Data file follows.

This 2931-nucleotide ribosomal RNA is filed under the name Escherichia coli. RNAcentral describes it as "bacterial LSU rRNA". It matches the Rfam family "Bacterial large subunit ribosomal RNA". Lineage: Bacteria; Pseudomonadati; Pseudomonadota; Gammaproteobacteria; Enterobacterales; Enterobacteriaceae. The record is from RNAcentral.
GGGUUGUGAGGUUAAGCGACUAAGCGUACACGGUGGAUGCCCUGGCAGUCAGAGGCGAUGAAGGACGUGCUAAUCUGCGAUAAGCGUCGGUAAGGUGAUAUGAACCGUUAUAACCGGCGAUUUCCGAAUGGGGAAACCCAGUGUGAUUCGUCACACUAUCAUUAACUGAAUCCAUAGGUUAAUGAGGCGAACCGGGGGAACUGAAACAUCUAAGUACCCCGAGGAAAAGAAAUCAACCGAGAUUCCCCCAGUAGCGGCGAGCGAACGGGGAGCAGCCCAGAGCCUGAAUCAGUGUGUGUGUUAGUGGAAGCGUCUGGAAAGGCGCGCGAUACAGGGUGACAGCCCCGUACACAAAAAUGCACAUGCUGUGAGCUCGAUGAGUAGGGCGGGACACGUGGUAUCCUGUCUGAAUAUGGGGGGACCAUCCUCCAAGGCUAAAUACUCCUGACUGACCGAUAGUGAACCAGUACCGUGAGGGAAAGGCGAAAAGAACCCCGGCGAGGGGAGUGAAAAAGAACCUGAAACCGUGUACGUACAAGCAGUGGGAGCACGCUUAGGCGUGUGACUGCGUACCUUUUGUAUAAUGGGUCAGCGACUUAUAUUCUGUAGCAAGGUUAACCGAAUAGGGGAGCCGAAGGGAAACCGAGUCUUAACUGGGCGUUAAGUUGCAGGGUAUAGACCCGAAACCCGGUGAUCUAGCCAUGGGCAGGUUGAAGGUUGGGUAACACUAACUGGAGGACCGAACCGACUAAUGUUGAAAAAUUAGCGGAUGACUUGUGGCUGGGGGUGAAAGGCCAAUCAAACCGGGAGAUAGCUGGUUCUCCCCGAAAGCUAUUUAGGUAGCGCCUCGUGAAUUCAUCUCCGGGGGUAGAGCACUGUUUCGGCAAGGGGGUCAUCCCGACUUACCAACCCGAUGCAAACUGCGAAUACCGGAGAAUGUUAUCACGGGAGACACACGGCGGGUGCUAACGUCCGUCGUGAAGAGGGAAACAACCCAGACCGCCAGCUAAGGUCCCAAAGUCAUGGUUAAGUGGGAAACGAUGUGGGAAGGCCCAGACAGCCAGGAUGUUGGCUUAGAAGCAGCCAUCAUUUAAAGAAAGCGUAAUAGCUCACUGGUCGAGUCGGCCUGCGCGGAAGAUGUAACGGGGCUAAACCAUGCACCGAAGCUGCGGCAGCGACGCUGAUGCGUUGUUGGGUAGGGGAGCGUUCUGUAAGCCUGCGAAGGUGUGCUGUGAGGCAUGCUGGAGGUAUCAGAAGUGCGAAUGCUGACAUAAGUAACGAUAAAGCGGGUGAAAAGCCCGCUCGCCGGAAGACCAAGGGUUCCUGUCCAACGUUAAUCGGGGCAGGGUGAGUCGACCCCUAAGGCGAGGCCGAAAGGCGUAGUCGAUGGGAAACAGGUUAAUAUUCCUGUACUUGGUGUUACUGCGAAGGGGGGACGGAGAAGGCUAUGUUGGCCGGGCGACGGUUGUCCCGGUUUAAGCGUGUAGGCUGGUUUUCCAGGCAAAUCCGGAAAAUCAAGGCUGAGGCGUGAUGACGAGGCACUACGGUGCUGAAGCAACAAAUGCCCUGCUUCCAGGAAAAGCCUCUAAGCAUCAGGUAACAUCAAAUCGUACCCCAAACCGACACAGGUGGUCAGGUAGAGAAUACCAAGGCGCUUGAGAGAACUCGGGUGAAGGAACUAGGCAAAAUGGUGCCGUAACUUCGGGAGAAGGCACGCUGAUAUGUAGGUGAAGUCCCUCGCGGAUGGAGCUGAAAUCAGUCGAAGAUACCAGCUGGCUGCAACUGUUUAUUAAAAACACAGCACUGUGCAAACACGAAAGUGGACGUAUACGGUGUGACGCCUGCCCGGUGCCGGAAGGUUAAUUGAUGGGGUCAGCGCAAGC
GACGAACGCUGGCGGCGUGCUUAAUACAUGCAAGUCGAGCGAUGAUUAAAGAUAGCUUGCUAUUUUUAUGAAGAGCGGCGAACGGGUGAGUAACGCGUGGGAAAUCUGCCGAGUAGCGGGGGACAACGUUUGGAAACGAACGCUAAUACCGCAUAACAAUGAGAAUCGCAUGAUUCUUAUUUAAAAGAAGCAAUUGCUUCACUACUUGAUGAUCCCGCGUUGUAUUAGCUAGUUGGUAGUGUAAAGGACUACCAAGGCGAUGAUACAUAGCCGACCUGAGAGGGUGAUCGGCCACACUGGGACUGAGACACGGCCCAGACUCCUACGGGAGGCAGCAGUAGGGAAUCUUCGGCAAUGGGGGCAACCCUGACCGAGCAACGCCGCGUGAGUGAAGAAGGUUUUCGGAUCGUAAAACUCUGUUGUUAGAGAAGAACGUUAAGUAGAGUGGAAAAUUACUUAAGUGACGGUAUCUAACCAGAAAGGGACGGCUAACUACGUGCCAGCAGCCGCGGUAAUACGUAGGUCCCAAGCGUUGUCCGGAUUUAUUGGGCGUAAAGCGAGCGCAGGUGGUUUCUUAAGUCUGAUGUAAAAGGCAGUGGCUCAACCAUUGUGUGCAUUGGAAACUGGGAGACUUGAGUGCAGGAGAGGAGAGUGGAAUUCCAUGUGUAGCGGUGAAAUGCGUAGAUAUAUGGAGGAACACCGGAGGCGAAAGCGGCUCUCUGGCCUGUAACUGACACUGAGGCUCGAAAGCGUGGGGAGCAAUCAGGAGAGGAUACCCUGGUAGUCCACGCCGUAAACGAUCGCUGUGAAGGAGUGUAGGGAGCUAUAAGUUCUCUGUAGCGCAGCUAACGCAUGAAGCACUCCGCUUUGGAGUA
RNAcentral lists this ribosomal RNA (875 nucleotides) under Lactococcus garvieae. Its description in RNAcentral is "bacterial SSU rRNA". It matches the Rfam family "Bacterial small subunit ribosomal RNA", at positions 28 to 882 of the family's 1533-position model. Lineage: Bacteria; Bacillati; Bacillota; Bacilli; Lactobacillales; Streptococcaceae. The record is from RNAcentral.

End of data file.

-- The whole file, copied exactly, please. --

This 2931-nucleotide ribosomal RNA is filed under the name Escherichia coli. RNAcentral describes it as "bacterial LSU rRNA". It matches the Rfam family "Bacterial large subunit ribosomal RNA". Lineage: Bacteria; Pseudomonadati; Pseudomonadota; Gammaproteobacteria; Enterobacterales; Enterobacteriaceae. The record is from RNAcentral.
GGGUUGUGAGGUUAAGCGACUAAGCGUACACGGUGGAUGCCCUGGCAGUCAGAGGCGAUGAAGGACGUGCUAAUCUGCGAUAAGCGUCGGUAAGGUGAUAUGAACCGUUAUAACCGGCGAUUUCCGAAUGGGGAAACCCAGUGUGAUUCGUCACACUAUCAUUAACUGAAUCCAUAGGUUAAUGAGGCGAACCGGGGGAACUGAAACAUCUAAGUACCCCGAGGAAAAGAAAUCAACCGAGAUUCCCCCAGUAGCGGCGAGCGAACGGGGAGCAGCCCAGAGCCUGAAUCAGUGUGUGUGUUAGUGGAAGCGUCUGGAAAGGCGCGCGAUACAGGGUGACAGCCCCGUACACAAAAAUGCACAUGCUGUGAGCUCGAUGAGUAGGGCGGGACACGUGGUAUCCUGUCUGAAUAUGGGGGGACCAUCCUCCAAGGCUAAAUACUCCUGACUGACCGAUAGUGAACCAGUACCGUGAGGGAAAGGCGAAAAGAACCCCGGCGAGGGGAGUGAAAAAGAACCUGAAACCGUGUACGUACAAGCAGUGGGAGCACGCUUAGGCGUGUGACUGCGUACCUUUUGUAUAAUGGGUCAGCGACUUAUAUUCUGUAGCAAGGUUAACCGAAUAGGGGAGCCGAAGGGAAACCGAGUCUUAACUGGGCGUUAAGUUGCAGGGUAUAGACCCGAAACCCGGUGAUCUAGCCAUGGGCAGGUUGAAGGUUGGGUAACACUAACUGGAGGACCGAACCGACUAAUGUUGAAAAAUUAGCGGAUGACUUGUGGCUGGGGGUGAAAGGCCAAUCAAACCGGGAGAUAGCUGGUUCUCCCCGAAAGCUAUUUAGGUAGCGCCUCGUGAAUUCAUCUCCGGGGGUAGAGCACUGUUUCGGCAAGGGGGUCAUCCCGACUUACCAACCCGAUGCAAACUGCGAAUACCGGAGAAUGUUAUCACGGGAGACACACGGCGGGUGCUAACGUCCGUCGUGAAGAGGGAAACAACCCAGACCGCCAGCUAAGGUCCCAAAGUCAUGGUUAAGUGGGAAACGAUGUGGGAAGGCCCAGACAGCCAGGAUGUUGGCUUAGAAGCAGCCAUCAUUUAAAGAAAGCGUAAUAGCUCACUGGUCGAGUCGGCCUGCGCGGAAGAUGUAACGGGGCUAAACCAUGCACCGAAGCUGCGGCAGCGACGCUGAUGCGUUGUUGGGUAGGGGAGCGUUCUGUAAGCCUGCGAAGGUGUGCUGUGAGGCAUGCUGGAGGUAUCAGAAGUGCGAAUGCUGACAUAAGUAACGAUAAAGCGGGUGAAAAGCCCGCUCGCCGGAAGACCAAGGGUUCCUGUCCAACGUUAAUCGGGGCAGGGUGAGUCGACCCCUAAGGCGAGGCCGAAAGGCGUAGUCGAUGGGAAACAGGUUAAUAUUCCUGUACUUGGUGUUACUGCGAAGGGGGGACGGAGAAGGCUAUGUUGGCCGGGCGACGGUUGUCCCGGUUUAAGCGUGUAGGCUGGUUUUCCAGGCAAAUCCGGAAAAUCAAGGCUGAGGCGUGAUGACGAGGCACUACGGUGCUGAAGCAACAAAUGCCCUGCUUCCAGGAAAAGCCUCUAAGCAUCAGGUAACAUCAAAUCGUACCCCAAACCGACACAGGUGGUCAGGUAGAGAAUACCAAGGCGCUUGAGAGAACUCGGGUGAAGGAACUAGGCAAAAUGGUGCCGUAACUUCGGGAGAAGGCACGCUGAUAUGUAGGUGAAGUCCCUCGCGGAUGGAGCUGAAAUCAGUCGAAGAUACCAGCUGGCUGCAACUGUUUAUUAAAAACACAGCACUGUGCAAACACGAAAGUGGACGUAUACGGUGUGACGCCUGCCCGGUGCCGGAAGGUUAAUUGAUGGGGUCAGCGCAAGC
GACGAACGCUGGCGGCGUGCUUAAUACAUGCAAGUCGAGCGAUGAUUAAAGAUAGCUUGCUAUUUUUAUGAAGAGCGGCGAACGGGUGAGUAACGCGUGGGAAAUCUGCCGAGUAGCGGGGGACAACGUUUGGAAACGAACGCUAAUACCGCAUAACAAUGAGAAUCGCAUGAUUCUUAUUUAAAAGAAGCAAUUGCUUCACUACUUGAUGAUCCCGCGUUGUAUUAGCUAGUUGGUAGUGUAAAGGACUACCAAGGCGAUGAUACAUAGCCGACCUGAGAGGGUGAUCGGCCACACUGGGACUGAGACACGGCCCAGACUCCUACGGGAGGCAGCAGUAGGGAAUCUUCGGCAAUGGGGGCAACCCUGACCGAGCAACGCCGCGUGAGUGAAGAAGGUUUUCGGAUCGUAAAACUCUGUUGUUAGAGAAGAACGUUAAGUAGAGUGGAAAAUUACUUAAGUGACGGUAUCUAACCAGAAAGGGACGGCUAACUACGUGCCAGCAGCCGCGGUAAUACGUAGGUCCCAAGCGUUGUCCGGAUUUAUUGGGCGUAAAGCGAGCGCAGGUGGUUUCUUAAGUCUGAUGUAAAAGGCAGUGGCUCAACCAUUGUGUGCAUUGGAAACUGGGAGACUUGAGUGCAGGAGAGGAGAGUGGAAUUCCAUGUGUAGCGGUGAAAUGCGUAGAUAUAUGGAGGAACACCGGAGGCGAAAGCGGCUCUCUGGCCUGUAACUGACACUGAGGCUCGAAAGCGUGGGGAGCAAUCAGGAGAGGAUACCCUGGUAGUCCACGCCGUAAACGAUCGCUGUGAAGGAGUGUAGGGAGCUAUAAGUUCUCUGUAGCGCAGCUAACGCAUGAAGCACUCCGCUUUGGAGUA
RNAcentral lists this ribosomal RNA (875 nucleotides) under Lactococcus garvieae. Its description in RNAcentral is "bacterial SSU rRNA". It matches the Rfam family "Bacterial small subunit ribosomal RNA", at positions 28 to 882 of the family's 1533-position model. Lineage: Bacteria; Bacillati; Bacillota; Bacilli; Lactobacillales; Streptococcaceae. The record is from RNAcentral.